Relieve Stress From Home With These Simple Breathing Exercises
Whether you’re nervous about an upcoming interview or overwhelmed by school, stress is a common factor in the lives of everyone, every day.
Since the start of the COVID-19 pandemic early last year, adults throughout the United States are reporting their highest stress levels to date.
Lucky for you, there are lots of different breathing techniques you can do from home to help relieve stress. Different things work for everyone and there is no one-size-fits-all technique. What works for your best friends, may not work for you, and what worked last week may not work this week.
Thus, it’s important to try a variety of options and figure out what works best for you.
Here are a few easy tactics you can try from home.
Table of Contents
Breathing Exercises to Relieve Stress
Ujjayi is one of the most widely-practiced pranayama breathing techniques. It consists of an audible breath with a very slight constriction in the back of your throat.
To begin, come into a comfortable seated position. This could be on the floor with your legs crossed, on your bed, or in a chair. Just make sure your spine is erect.
Take a few moments to notice your natural breath before you begin.
When you’re ready, allow your throat to constrict slightly as you inhale and exhale. Continue to breathe in and out through the nose, but the constriction in the throat has created a very slight resistance to the breath.
As you do, your breath will begin to make a soft susurration, like the sound of ocean waves, or Darth Vader.
This resistance allows you to gain control over your breath. The constriction should be enough to anchor your breath and add sound and intensity, but be careful not to force the throat closed.
4 7 8 Breathing
4 7 8 breathing is a common technique used to relieve stress and anxiety by increasing blood circulation through the body.
It’s very simple. Breathe in for 4 seconds, hold and pause for 7 seconds, then exhale for 8 seconds.
Try this exercise at least twice daily to ease the stresses of the day.
Alternate Nostril Breathing
Alternate Nostril Breathing is one of the most widely known breath techniques, which works to calm a person down through distraction and a sense of control. In Sanskrit, it’s known as Nadi Shodhana pranayama, translating to “energy channel cleansing breath.”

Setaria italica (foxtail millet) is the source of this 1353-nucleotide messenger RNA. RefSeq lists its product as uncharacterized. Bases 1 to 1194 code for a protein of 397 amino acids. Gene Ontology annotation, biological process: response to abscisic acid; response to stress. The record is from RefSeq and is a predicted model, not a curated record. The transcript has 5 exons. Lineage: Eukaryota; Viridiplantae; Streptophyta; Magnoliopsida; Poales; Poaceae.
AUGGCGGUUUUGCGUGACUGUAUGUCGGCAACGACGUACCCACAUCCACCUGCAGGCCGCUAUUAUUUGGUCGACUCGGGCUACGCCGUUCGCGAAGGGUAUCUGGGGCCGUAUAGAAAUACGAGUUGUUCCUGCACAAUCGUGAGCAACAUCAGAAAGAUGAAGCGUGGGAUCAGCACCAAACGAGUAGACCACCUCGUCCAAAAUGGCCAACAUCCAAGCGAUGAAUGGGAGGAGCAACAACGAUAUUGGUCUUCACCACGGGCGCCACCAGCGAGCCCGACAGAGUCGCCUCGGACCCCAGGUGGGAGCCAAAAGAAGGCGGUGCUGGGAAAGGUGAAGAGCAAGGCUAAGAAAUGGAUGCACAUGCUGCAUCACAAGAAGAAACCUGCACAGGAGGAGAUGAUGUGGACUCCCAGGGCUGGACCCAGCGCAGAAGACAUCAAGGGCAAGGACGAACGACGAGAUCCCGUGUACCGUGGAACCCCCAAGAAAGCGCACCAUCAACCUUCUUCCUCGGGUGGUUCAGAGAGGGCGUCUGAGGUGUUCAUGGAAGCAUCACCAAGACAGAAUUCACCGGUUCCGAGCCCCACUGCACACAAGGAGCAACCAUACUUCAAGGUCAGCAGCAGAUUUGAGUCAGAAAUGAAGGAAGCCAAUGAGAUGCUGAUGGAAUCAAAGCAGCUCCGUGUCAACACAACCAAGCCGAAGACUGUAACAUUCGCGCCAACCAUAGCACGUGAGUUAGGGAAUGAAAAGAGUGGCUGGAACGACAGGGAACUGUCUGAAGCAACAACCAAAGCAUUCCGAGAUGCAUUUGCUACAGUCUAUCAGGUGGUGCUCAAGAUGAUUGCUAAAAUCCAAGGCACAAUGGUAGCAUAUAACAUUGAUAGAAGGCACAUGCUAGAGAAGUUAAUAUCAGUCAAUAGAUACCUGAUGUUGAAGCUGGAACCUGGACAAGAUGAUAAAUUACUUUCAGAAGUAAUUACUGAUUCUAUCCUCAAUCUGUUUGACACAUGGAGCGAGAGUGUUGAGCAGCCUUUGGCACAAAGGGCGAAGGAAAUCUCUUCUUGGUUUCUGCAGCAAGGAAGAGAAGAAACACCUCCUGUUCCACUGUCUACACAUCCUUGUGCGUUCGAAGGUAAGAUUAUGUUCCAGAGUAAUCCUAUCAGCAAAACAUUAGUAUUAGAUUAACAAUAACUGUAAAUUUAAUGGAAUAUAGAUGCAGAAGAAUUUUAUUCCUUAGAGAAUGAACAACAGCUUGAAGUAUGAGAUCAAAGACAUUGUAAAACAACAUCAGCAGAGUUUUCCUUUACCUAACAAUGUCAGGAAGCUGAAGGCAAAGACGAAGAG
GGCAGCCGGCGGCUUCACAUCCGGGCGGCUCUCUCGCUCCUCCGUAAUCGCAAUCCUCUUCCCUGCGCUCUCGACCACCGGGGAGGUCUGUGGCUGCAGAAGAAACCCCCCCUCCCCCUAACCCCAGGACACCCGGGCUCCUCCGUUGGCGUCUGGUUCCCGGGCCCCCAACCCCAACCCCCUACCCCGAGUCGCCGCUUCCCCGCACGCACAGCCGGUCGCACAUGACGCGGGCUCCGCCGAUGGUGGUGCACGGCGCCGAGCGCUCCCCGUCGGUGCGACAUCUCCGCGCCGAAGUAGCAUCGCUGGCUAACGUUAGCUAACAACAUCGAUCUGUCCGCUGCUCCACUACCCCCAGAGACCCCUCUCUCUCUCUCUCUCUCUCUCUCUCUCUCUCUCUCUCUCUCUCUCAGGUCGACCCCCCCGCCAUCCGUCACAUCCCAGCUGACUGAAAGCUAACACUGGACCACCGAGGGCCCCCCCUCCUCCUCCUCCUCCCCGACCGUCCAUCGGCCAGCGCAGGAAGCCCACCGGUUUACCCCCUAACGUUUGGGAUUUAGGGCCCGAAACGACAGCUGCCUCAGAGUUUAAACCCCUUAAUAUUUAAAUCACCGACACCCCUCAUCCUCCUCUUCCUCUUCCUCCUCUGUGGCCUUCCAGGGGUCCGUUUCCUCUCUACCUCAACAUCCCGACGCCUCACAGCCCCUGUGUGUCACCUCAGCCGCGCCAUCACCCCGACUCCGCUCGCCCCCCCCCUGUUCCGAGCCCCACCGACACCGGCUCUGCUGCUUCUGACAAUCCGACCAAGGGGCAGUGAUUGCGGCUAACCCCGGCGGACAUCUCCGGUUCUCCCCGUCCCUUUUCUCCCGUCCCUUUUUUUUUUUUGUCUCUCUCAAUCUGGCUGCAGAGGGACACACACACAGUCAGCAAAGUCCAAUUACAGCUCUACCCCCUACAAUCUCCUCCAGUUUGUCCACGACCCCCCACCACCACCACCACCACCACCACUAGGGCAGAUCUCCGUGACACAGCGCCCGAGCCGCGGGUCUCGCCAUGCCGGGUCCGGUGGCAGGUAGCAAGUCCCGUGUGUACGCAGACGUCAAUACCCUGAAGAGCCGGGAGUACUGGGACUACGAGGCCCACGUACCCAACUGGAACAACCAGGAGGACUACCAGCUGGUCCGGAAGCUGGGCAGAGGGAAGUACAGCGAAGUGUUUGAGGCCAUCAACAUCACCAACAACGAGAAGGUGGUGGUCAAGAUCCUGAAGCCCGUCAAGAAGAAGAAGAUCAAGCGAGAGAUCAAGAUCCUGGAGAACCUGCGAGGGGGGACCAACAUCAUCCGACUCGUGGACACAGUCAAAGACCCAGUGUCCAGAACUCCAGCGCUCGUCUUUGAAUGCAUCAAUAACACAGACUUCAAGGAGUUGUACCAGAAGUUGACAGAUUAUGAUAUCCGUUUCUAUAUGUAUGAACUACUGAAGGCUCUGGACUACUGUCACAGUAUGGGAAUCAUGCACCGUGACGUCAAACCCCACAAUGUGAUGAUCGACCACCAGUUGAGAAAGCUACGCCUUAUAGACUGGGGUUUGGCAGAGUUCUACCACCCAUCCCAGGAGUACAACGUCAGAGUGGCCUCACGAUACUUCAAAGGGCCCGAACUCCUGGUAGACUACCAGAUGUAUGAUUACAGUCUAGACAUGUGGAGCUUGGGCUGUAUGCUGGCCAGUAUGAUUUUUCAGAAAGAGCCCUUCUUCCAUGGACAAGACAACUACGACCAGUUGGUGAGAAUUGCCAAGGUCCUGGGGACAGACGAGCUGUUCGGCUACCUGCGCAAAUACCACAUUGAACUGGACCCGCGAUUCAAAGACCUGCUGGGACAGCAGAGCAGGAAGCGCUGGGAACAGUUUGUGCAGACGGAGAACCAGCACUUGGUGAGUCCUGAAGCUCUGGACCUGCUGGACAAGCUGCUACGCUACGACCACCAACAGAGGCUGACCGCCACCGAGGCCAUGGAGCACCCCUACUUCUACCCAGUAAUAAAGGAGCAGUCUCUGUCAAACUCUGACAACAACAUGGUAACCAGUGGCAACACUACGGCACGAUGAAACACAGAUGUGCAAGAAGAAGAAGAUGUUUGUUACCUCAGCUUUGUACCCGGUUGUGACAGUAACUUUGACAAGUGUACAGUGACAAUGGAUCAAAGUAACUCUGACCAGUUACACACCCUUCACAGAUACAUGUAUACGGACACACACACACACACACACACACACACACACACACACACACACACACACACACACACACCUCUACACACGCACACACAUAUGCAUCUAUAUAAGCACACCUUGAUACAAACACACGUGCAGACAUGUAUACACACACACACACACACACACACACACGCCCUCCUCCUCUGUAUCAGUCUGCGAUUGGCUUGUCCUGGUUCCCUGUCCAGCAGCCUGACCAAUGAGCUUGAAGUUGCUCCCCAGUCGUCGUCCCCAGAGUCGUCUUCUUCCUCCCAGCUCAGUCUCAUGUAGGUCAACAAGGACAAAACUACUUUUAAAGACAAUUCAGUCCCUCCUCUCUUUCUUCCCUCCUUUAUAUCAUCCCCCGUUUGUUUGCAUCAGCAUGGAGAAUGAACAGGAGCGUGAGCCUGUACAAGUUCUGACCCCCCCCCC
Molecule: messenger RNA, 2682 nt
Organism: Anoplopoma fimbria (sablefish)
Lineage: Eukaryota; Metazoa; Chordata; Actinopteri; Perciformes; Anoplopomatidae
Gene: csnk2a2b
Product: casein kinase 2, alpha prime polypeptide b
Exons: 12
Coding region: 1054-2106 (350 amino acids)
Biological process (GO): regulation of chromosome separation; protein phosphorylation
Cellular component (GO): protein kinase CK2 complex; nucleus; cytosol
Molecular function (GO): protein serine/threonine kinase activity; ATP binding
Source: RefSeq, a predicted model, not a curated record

The technique is known to improve focus, restore balance, and remove toxins and stress.
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To begin, find a comfortable place where you can remove all distractions.
Place your right hand over your face. Stretch your index and middle fingers towards your forehead, pressing lightly against the center. Meanwhile, hold your thumb and ring finger on either side of your nose.
Then, starting with your right nostril close, close your eyes, and inhale fully and slowly through your left nostril.
At the top of your breath, close the left nostril and exhale fully through your right.
Repeat this process for several minutes, inhaling through the left nostril when closing the right and exhaling through the right nostril when closing the left.
When you are ready, take a long, full breath in through both nostrils and exhale all of the air out of your lungs. Allow your breath to return to a soft, easy pace.
Box Breathing is a very simple technique to take a step back and focus on aligning your breath with your energy.
Find a comfortable seated position and begin with a full, natural, breathe.
To begin, inhale for a full count of 4. Then, pause a hold for a full 4 seconds before exhaling for a count of 4.
This exercise is a great way to heighten concentration and productivity while simultaneously relieving stress. Use has been reported by everyone from U.S. Navy SEALs, to children.
Bhastrika, or “bellows breath,” is a traditional breathing exercise that utilized the abdominal muscles and diaphragm to energize the body and clarify the mind.
It is a form of deep belly breathing, or forcefully exhaling the air from your body.
To practice Bhastrika, begin by sitting up straight in a comfortable position.
Then, start with a forceful, sharp exhale. Continue this with an exaggerated, full inhale. The goal is to breathe quickly and forcefully but without rushing. Each cycle, in and out, should take about 1 second.
The goal is to repeat this cycle 3 times for about 20 seconds each. For beginners, you may want to start with 10 seconds cycles and work your way up. Make sure to take a full, natural breathe between each cycle to reset your breath and intentions.
Stepping Back to Breath
Stepping Back is one of the most important, yet easiest techniques you can master.
It’s all about paying attention to your breath to help increase health, peace of mind, and happiness.
For this exercise, all you have to do is take a moment away from whatever you’re doing to dedicate a few moments of the day to your breath.
It’s simple. Take a long, deep inhale, and then exhale with a loud sigh.
Repeat the inhale-exhale two or three times, especially in situations of high stress.
When you’re ready, after your last sigh, allow your breath to return to normal. Pay attention to the motion of the air, but don’t force your breath to take any specific form.
Now I am Breathing In
Now I am Breathing In is the perfect exercise for beginners and is perfect for a workday as it only takes a few moments.
There are no strict rules to this exercise. The goal is simply to bring awareness to your breath by silently repeating a mantra to yourself.
When you inhale, think: “Now I am breathing in.”
When you exhale, think: “Now I am breathing out.”
For all of these exercises, it’s essential to listen to your body and be mindful of how stress is impacting you. Try one of all of these techniques and see what works best.